Interoception is a complex process encompassing multiple dimensions, such as accuracy, learning and awareness. Here, we examined whether each of those dimensions relies on specialized neural regions distributed throughout the vast interoceptive network. To this end, we obtained relevant measures of cardiac interoception in healthy subjects and patients offering contrastive lesion models of neurodegeneration and focal brain damage: behavioural variant fronto-temporal dementia (bvFTD), Alzheimer's disease (AD) and fronto-insular stroke. Neural correlates of the three dimensions were examined through structural and functional resting-state imaging, and online measurements of the heart-evoked potential (HEP). The three patient groups presented deficits in interoceptive accuracy, associated with insular damage, connectivity alterations and abnormal HEP modulations. Interoceptive learning was differentially impaired in AD patients, evidencing a key role of memory networks in this skill. Interoceptive awareness results showed that bvFTD and AD patients overestimated their performance; this pattern was related to abnormalities in anterior regions and associated networks sub-serving metacognitive processes, and probably linked to well-established insight deficits in dementia. Our findings indicate how damage to specific hubs in a broad fronto-temporo-insular network differentially compromises interoceptive dimensions, and how such disturbances affect widespread connections beyond those critical hubs. This is the first study in which a multiple lesion model reveals fine-grained alterations of body sensing, offering new theoretical insights into neuroanatomical foundations of interoceptive dimensions.This article is part of the themed issue 'Interoception beyond homeostasis: affect, cognition and mental health'.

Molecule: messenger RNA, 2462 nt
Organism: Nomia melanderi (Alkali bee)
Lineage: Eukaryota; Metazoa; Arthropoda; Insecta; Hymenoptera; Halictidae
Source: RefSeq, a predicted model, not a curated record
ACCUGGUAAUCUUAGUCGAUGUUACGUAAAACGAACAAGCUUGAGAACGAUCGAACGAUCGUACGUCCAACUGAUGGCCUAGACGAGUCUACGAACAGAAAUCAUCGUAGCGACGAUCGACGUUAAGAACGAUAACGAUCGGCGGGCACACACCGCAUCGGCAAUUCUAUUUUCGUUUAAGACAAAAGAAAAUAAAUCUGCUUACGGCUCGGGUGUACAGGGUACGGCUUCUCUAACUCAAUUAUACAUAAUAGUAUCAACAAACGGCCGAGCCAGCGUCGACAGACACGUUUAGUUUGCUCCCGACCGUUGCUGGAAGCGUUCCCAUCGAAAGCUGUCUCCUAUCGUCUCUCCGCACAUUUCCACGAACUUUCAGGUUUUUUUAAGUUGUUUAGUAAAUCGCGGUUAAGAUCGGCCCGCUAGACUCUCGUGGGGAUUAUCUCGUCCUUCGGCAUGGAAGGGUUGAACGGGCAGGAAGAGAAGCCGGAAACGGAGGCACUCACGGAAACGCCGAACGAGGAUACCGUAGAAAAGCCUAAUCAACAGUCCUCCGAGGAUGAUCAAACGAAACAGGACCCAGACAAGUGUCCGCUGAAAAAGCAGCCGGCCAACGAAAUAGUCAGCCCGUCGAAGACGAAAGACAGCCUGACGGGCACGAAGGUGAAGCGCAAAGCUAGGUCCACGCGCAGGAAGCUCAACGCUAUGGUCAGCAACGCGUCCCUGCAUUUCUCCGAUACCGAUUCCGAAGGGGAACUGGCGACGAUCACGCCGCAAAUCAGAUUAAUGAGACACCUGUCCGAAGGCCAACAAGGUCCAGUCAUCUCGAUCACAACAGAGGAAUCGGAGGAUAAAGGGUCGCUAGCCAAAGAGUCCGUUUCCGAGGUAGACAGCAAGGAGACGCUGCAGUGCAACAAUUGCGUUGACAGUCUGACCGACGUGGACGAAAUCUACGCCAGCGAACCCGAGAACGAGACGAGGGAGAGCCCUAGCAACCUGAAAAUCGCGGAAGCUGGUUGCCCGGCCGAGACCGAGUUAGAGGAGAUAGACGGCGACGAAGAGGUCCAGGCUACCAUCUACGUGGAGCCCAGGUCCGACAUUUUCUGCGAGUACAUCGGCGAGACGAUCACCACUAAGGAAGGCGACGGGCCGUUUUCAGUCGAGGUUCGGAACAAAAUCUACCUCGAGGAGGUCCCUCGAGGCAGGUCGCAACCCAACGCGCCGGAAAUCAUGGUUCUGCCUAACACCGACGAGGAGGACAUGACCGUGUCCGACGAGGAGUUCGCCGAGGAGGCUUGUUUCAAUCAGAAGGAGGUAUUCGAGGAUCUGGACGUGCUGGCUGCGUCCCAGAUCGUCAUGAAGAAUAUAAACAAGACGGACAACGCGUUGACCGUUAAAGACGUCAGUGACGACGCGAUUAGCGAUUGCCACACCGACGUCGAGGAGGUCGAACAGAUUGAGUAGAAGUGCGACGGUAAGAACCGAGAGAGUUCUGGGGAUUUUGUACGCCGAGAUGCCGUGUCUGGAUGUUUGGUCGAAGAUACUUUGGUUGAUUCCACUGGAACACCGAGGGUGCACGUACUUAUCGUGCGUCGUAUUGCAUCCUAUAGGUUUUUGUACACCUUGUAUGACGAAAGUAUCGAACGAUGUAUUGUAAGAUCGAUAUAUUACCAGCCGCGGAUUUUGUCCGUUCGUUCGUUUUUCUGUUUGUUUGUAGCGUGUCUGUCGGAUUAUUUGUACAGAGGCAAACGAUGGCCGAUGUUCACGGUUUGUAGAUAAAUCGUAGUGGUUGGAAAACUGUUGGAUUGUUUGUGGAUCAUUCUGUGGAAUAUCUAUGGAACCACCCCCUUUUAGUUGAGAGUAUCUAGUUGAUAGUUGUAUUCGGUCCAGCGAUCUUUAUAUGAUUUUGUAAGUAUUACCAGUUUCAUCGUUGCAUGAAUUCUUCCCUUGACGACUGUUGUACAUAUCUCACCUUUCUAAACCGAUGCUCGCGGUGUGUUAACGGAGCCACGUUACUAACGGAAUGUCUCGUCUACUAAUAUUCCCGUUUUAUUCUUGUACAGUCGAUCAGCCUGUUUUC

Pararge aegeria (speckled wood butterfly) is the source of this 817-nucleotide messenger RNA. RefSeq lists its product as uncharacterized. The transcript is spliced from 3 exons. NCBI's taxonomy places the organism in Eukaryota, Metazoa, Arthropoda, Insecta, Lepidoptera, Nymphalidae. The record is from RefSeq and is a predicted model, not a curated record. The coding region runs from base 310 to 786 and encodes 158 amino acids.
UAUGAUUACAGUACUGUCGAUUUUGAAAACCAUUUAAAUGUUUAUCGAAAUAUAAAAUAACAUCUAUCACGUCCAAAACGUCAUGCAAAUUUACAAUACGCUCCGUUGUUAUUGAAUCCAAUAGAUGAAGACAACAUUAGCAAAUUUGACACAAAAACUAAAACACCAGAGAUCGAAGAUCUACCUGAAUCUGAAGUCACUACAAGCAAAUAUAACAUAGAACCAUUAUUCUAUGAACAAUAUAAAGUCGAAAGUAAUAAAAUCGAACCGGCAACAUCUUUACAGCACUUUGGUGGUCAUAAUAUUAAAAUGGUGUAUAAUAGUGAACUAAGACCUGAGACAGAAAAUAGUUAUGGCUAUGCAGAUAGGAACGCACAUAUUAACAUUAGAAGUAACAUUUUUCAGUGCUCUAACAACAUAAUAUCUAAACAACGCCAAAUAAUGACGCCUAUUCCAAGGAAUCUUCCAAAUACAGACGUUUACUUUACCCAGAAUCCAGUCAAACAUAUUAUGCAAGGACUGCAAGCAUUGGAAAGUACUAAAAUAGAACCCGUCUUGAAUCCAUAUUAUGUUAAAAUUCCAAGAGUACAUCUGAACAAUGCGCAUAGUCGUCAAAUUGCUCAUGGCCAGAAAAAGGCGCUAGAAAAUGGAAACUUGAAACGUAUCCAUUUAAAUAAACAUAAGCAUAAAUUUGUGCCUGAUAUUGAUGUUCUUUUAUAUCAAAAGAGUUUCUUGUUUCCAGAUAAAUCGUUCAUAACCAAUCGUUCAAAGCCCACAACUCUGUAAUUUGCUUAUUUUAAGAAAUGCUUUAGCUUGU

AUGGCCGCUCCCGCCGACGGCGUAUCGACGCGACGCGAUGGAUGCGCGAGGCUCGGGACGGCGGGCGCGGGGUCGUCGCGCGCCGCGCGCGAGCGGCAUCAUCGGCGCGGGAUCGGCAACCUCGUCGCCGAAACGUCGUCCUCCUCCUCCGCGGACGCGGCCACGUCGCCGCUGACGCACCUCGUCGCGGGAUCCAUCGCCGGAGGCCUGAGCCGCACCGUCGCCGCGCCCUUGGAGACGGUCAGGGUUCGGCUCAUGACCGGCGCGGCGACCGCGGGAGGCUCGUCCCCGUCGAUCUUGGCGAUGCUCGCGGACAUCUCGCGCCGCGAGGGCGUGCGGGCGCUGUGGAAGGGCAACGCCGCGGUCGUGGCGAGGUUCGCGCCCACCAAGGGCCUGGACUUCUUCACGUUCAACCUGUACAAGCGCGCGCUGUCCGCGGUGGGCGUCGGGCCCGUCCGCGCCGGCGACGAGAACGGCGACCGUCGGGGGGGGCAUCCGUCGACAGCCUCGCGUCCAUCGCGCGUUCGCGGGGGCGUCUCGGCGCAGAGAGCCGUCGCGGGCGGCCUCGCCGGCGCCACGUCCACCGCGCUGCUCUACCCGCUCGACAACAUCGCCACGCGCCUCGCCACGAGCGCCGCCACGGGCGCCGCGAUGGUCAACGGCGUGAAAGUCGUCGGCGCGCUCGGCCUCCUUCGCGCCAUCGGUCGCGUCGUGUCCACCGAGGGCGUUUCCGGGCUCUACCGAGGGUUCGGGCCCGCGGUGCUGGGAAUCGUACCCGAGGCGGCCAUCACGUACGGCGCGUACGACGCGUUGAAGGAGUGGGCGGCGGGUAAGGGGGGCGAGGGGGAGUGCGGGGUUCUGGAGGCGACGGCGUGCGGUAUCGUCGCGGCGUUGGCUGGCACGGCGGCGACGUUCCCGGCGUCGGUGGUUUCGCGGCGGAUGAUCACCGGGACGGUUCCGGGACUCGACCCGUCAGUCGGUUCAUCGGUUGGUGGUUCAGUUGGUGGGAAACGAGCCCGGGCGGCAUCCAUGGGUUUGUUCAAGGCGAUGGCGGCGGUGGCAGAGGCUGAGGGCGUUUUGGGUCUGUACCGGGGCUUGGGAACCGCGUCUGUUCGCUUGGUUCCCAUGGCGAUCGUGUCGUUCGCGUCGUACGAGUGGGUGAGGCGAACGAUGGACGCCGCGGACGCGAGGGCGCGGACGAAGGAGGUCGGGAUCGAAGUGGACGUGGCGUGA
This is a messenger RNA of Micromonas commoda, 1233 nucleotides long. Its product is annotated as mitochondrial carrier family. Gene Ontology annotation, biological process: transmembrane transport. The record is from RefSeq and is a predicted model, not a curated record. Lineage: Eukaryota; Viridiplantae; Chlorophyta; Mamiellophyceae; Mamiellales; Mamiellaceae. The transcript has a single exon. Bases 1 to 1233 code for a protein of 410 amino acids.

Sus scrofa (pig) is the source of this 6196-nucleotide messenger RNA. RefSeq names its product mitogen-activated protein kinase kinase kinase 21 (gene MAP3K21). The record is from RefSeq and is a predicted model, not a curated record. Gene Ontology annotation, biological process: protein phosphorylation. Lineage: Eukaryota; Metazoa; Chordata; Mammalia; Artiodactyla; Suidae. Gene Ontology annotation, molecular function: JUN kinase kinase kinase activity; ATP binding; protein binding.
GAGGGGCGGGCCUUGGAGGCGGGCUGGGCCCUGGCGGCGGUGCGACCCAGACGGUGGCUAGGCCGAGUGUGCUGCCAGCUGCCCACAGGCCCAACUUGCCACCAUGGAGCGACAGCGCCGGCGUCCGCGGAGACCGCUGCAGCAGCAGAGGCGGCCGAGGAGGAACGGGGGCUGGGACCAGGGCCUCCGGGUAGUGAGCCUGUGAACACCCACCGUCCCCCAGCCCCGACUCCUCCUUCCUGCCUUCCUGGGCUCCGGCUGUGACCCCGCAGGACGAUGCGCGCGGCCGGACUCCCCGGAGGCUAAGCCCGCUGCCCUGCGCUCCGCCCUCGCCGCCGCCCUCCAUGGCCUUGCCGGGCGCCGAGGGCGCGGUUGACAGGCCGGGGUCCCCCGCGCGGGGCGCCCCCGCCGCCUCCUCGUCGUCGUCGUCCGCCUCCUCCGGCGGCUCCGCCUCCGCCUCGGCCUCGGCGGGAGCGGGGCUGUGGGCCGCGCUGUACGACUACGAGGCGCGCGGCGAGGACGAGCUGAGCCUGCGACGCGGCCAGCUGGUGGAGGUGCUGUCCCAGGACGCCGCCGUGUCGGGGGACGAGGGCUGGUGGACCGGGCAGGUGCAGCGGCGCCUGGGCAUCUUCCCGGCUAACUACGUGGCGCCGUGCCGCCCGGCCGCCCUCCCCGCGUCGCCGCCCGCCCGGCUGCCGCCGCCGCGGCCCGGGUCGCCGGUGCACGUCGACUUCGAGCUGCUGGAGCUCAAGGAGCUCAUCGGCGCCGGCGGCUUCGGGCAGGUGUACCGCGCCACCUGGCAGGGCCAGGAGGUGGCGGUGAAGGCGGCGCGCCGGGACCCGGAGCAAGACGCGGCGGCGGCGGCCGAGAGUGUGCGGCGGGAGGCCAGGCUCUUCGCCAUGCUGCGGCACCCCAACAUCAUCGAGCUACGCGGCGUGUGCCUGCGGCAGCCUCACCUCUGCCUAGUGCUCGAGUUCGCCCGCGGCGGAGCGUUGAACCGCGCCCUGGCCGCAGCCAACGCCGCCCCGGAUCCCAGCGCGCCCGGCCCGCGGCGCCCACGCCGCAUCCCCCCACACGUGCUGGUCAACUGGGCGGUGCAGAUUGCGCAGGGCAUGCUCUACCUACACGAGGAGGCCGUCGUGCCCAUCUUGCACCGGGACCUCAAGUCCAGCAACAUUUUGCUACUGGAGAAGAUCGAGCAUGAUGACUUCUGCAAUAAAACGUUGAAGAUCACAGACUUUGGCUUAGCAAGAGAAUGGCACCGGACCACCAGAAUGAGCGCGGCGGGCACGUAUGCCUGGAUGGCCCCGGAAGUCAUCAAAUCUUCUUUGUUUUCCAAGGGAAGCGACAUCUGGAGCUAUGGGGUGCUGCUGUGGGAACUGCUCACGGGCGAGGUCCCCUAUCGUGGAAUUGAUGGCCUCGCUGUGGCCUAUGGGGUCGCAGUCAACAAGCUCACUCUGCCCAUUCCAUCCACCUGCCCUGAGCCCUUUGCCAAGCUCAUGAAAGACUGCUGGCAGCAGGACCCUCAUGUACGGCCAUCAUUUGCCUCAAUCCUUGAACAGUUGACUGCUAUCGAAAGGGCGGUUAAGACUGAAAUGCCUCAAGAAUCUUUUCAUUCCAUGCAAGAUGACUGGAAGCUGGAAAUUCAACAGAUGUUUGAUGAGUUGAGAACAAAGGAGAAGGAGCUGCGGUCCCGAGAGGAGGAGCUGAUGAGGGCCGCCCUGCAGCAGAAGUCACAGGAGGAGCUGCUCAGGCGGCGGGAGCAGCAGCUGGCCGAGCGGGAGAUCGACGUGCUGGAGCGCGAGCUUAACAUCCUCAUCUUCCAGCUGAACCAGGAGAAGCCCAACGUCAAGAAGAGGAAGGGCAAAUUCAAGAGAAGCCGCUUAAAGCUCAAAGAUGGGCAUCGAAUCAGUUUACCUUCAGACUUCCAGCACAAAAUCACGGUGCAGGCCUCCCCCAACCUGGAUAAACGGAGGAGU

Keywords: awareness; interoception; learning; neurodegenerative diseases; stroke.
© 2016 The Author(s).